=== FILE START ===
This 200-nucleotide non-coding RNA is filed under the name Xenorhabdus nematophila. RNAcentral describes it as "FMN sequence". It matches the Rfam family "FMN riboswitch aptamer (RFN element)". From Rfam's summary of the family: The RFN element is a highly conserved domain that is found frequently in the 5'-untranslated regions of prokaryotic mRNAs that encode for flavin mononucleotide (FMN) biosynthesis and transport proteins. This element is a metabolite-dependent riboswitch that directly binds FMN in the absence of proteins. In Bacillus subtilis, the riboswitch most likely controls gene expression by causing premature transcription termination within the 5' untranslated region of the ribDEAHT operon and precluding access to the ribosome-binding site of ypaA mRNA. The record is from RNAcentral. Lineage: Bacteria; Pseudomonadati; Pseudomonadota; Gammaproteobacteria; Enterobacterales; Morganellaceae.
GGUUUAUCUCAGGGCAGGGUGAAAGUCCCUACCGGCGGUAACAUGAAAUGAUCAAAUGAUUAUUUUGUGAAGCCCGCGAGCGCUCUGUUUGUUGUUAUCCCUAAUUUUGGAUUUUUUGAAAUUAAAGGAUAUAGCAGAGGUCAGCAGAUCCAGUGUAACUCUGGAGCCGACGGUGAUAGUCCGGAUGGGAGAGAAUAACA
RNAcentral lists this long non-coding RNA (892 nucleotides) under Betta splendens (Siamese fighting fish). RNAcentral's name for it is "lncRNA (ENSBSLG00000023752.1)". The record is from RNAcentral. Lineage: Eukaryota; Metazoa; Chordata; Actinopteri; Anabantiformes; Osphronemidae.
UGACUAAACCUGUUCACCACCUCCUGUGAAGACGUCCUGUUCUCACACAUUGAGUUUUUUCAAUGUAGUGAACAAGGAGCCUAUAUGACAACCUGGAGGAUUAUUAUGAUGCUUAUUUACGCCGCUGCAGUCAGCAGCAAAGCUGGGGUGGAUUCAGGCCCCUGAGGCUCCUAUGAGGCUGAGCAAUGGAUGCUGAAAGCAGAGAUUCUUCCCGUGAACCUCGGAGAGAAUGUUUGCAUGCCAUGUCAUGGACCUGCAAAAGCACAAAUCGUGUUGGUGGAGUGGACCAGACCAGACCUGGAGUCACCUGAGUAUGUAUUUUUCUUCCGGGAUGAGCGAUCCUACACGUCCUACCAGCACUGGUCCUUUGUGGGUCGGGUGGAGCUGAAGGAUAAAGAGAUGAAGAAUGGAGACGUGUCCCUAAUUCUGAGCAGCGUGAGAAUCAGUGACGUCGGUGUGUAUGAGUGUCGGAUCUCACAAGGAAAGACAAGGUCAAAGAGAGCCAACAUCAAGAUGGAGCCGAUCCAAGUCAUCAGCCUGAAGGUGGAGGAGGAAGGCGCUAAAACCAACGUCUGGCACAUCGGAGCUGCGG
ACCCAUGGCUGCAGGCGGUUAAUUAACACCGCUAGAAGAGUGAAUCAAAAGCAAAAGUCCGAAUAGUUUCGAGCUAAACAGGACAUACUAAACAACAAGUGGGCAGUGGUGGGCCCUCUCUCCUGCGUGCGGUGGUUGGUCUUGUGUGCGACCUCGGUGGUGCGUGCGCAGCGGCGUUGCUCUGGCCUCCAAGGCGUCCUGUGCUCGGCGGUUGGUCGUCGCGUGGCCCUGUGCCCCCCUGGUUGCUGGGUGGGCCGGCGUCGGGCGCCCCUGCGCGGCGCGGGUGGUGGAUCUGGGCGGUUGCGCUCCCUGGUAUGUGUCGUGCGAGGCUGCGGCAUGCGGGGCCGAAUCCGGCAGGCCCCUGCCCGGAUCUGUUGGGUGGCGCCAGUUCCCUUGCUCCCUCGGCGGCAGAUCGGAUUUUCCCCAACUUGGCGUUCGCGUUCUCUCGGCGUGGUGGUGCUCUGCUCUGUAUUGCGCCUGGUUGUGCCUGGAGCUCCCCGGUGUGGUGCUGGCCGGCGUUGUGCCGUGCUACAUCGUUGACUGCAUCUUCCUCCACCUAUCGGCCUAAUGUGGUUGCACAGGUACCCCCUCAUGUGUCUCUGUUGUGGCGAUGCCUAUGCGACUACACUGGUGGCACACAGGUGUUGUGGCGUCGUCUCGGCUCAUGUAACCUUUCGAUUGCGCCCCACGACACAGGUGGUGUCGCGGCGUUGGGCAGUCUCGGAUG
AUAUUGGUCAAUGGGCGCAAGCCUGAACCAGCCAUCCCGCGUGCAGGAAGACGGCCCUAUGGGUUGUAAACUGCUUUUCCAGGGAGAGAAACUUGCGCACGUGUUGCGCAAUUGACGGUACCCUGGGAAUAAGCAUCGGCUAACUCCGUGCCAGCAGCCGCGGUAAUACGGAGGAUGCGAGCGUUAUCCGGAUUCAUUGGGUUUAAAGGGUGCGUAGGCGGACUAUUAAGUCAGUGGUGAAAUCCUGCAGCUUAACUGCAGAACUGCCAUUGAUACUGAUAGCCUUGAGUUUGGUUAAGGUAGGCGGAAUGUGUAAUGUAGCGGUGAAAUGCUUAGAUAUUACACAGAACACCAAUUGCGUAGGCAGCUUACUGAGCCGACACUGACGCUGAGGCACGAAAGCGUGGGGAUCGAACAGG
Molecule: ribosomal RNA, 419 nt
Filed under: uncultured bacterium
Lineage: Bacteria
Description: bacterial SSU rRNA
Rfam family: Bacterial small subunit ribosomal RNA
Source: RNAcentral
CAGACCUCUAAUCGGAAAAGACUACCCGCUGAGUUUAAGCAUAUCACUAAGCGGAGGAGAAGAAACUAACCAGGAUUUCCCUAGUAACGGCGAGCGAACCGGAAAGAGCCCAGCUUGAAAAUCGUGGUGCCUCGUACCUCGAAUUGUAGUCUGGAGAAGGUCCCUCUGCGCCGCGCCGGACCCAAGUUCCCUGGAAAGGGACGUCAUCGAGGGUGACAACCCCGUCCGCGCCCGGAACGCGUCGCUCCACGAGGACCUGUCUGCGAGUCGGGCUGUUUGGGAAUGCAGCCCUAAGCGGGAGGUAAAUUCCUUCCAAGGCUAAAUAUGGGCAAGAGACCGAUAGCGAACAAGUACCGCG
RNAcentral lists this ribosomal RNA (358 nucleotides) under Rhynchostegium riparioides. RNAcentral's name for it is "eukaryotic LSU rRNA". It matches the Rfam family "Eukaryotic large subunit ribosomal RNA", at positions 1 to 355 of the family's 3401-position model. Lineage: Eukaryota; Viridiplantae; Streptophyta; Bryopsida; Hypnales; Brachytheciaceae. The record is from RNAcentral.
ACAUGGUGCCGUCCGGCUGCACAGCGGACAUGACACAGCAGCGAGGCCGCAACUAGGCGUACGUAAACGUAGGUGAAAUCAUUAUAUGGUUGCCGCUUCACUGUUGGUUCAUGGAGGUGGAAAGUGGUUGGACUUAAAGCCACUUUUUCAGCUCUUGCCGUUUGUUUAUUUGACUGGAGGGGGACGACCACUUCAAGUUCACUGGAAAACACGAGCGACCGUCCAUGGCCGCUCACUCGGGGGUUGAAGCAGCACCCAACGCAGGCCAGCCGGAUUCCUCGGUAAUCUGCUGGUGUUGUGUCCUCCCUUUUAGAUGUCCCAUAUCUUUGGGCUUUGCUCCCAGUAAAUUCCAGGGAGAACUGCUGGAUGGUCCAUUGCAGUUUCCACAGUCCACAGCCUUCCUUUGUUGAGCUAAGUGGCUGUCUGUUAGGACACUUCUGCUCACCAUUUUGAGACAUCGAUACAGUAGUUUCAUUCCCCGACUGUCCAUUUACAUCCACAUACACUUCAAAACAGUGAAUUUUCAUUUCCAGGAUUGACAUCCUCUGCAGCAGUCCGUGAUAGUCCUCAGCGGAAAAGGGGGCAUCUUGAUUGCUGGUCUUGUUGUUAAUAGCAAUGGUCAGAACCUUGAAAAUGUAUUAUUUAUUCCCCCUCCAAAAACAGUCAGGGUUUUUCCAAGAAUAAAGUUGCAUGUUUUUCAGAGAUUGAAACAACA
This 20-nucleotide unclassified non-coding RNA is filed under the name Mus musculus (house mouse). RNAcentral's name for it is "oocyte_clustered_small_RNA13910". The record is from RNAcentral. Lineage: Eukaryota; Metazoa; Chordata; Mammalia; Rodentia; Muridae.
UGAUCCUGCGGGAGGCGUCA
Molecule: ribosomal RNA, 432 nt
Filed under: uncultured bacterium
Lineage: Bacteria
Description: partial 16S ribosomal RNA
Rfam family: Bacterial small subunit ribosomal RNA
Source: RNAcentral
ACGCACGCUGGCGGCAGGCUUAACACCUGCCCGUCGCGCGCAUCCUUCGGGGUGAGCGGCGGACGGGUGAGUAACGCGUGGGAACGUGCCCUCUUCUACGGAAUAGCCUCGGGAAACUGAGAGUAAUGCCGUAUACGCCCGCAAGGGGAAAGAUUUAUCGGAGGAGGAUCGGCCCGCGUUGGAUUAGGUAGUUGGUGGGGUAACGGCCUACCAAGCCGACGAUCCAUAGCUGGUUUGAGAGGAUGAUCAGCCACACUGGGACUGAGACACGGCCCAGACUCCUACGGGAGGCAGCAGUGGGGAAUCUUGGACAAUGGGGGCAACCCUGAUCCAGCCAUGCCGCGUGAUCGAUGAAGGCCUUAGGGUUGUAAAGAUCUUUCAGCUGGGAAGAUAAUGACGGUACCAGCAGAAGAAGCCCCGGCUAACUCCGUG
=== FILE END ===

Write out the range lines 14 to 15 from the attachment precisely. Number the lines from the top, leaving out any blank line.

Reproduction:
RNAcentral lists this ribosomal RNA (358 nucleotides) under Rhynchostegium riparioides. RNAcentral's name for it is "eukaryotic LSU rRNA". It matches the Rfam family "Eukaryotic large subunit ribosomal RNA", at positions 1 to 355 of the family's 3401-position model. Lineage: Eukaryota; Viridiplantae; Streptophyta; Bryopsida; Hypnales; Brachytheciaceae. The record is from RNAcentral.
ACAUGGUGCCGUCCGGCUGCACAGCGGACAUGACACAGCAGCGAGGCCGCAACUAGGCGUACGUAAACGUAGGUGAAAUCAUUAUAUGGUUGCCGCUUCACUGUUGGUUCAUGGAGGUGGAAAGUGGUUGGACUUAAAGCCACUUUUUCAGCUCUUGCCGUUUGUUUAUUUGACUGGAGGGGGACGACCACUUCAAGUUCACUGGAAAACACGAGCGACCGUCCAUGGCCGCUCACUCGGGGGUUGAAGCAGCACCCAACGCAGGCCAGCCGGAUUCCUCGGUAAUCUGCUGGUGUUGUGUCCUCCCUUUUAGAUGUCCCAUAUCUUUGGGCUUUGCUCCCAGUAAAUUCCAGGGAGAACUGCUGGAUGGUCCAUUGCAGUUUCCACAGUCCACAGCCUUCCUUUGUUGAGCUAAGUGGCUGUCUGUUAGGACACUUCUGCUCACCAUUUUGAGACAUCGAUACAGUAGUUUCAUUCCCCGACUGUCCAUUUACAUCCACAUACACUUCAAAACAGUGAAUUUUCAUUUCCAGGAUUGACAUCCUCUGCAGCAGUCCGUGAUAGUCCUCAGCGGAAAAGGGGGCAUCUUGAUUGCUGGUCUUGUUGUUAAUAGCAAUGGUCAGAACCUUGAAAAUGUAUUAUUUAUUCCCCCUCCAAAAACAGUCAGGGUUUUUCCAAGAAUAAAGUUGCAUGUUUUUCAGAGAUUGAAACAACA